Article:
You may have to stick the whole thing back in the freezer for another round of freeze and smack if it doesn't come out the first time.

Final Bits 

Lastly, but perhaps not leastly, I find my candle burn best when I allow them to simply sit and set for a week or two before burning. If I burn them too early, they tend to tunnel. When burning your candle for the first time, allow it to burn long enough for the wax pool to reach the edge, or nearly the edge of your candle - this may take an hour per inch of width, or more, for beeswax. 

I also suggest:

  Always lighting your candle at the base of the wick to help get the wax melt started

  Trim your wick to about 1/4 inch between burns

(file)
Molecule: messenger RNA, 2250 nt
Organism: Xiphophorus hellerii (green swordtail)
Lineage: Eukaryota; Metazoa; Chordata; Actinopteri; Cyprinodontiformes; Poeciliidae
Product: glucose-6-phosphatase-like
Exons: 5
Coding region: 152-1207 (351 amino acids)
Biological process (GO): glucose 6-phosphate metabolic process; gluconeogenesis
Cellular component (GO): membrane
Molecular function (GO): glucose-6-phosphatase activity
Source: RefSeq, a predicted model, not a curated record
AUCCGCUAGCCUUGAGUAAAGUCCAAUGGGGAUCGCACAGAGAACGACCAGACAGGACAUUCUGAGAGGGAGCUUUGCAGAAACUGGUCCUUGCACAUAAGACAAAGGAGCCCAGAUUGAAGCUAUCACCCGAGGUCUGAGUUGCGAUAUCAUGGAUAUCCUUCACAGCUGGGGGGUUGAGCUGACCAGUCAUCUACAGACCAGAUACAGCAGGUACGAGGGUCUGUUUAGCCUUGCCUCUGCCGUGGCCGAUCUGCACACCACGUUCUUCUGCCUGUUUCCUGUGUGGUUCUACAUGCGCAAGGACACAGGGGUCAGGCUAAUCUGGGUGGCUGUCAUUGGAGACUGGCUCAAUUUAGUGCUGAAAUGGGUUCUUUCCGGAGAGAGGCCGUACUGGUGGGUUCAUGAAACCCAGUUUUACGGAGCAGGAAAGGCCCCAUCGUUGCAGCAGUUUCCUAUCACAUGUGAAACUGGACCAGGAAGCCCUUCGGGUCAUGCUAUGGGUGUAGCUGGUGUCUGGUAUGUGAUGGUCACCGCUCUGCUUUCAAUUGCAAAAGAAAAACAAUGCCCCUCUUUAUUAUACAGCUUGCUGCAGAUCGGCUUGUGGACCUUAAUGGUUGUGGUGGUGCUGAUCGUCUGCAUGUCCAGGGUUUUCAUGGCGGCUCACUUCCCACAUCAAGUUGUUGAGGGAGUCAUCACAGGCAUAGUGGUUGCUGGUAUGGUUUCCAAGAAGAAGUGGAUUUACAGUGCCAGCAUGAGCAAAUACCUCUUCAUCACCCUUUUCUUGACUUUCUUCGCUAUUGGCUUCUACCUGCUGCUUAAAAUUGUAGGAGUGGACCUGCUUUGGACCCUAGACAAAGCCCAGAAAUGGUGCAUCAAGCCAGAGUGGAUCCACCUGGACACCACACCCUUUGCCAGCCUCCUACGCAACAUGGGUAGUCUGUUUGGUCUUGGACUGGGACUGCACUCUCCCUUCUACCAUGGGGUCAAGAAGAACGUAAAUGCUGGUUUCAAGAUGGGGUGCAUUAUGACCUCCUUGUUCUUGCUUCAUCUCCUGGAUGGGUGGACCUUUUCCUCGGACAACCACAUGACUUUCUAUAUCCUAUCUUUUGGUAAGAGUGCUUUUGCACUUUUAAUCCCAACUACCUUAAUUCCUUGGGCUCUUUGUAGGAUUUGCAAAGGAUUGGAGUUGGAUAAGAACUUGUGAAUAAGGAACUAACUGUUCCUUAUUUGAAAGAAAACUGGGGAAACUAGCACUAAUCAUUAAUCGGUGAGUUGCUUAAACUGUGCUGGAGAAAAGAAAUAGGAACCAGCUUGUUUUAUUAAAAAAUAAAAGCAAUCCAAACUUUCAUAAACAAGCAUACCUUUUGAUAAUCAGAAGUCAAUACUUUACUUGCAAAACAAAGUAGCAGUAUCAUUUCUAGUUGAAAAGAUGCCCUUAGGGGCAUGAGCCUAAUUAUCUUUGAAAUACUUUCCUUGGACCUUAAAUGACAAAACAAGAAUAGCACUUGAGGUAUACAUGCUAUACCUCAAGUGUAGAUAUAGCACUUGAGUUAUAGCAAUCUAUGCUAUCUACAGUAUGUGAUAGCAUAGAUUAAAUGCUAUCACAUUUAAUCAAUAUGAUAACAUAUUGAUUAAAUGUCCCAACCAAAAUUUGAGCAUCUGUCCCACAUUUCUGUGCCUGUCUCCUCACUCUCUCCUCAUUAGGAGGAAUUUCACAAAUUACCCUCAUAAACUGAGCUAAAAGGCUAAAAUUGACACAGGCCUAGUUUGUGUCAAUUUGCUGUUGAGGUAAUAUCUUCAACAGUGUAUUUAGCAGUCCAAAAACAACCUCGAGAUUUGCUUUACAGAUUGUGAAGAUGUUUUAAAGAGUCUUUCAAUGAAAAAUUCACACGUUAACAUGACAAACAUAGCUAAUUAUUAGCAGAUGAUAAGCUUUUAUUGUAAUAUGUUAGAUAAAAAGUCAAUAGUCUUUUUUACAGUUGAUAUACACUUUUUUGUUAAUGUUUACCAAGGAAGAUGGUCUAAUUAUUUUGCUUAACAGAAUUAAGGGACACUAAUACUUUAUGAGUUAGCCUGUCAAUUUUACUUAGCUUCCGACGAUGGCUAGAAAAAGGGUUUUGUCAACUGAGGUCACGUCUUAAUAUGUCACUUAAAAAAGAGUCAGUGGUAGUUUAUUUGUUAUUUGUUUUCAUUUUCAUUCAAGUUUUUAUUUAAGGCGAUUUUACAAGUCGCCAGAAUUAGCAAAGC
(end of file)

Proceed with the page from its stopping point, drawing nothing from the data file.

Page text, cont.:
Using your candle in a draft-free environment (for the best burn)

  Keep something under your candle to catch any spillage - candles can get messy!

To Prime or not to Prime - the main difference I see between the two options is with the very first light of a fresh candle - it's a bit easier for the candle to light up, this first time, with a primed wick. That being said, I don't find it difficult to light an unprimed wick on a new candle, and it's always a good idea to light/relight candles at the base of the wick, to help get the wax melted from the get go.

To prime your wicking, simply melt down some wax and submerge the wick in the wax until it seems well saturated (this should just take a few moments) - jiggle it around if need be. Then straighten and lay the wick on some parchment paper or tin foil or something similar and let it cool (again, this shouldn't take long) and it's primed!

 

the pillar candle is out of the aluminum mold

I don't always check the comments left here, but feel free to contact me if you have any questions,

Alexander - alexander@waxingmoonshine.com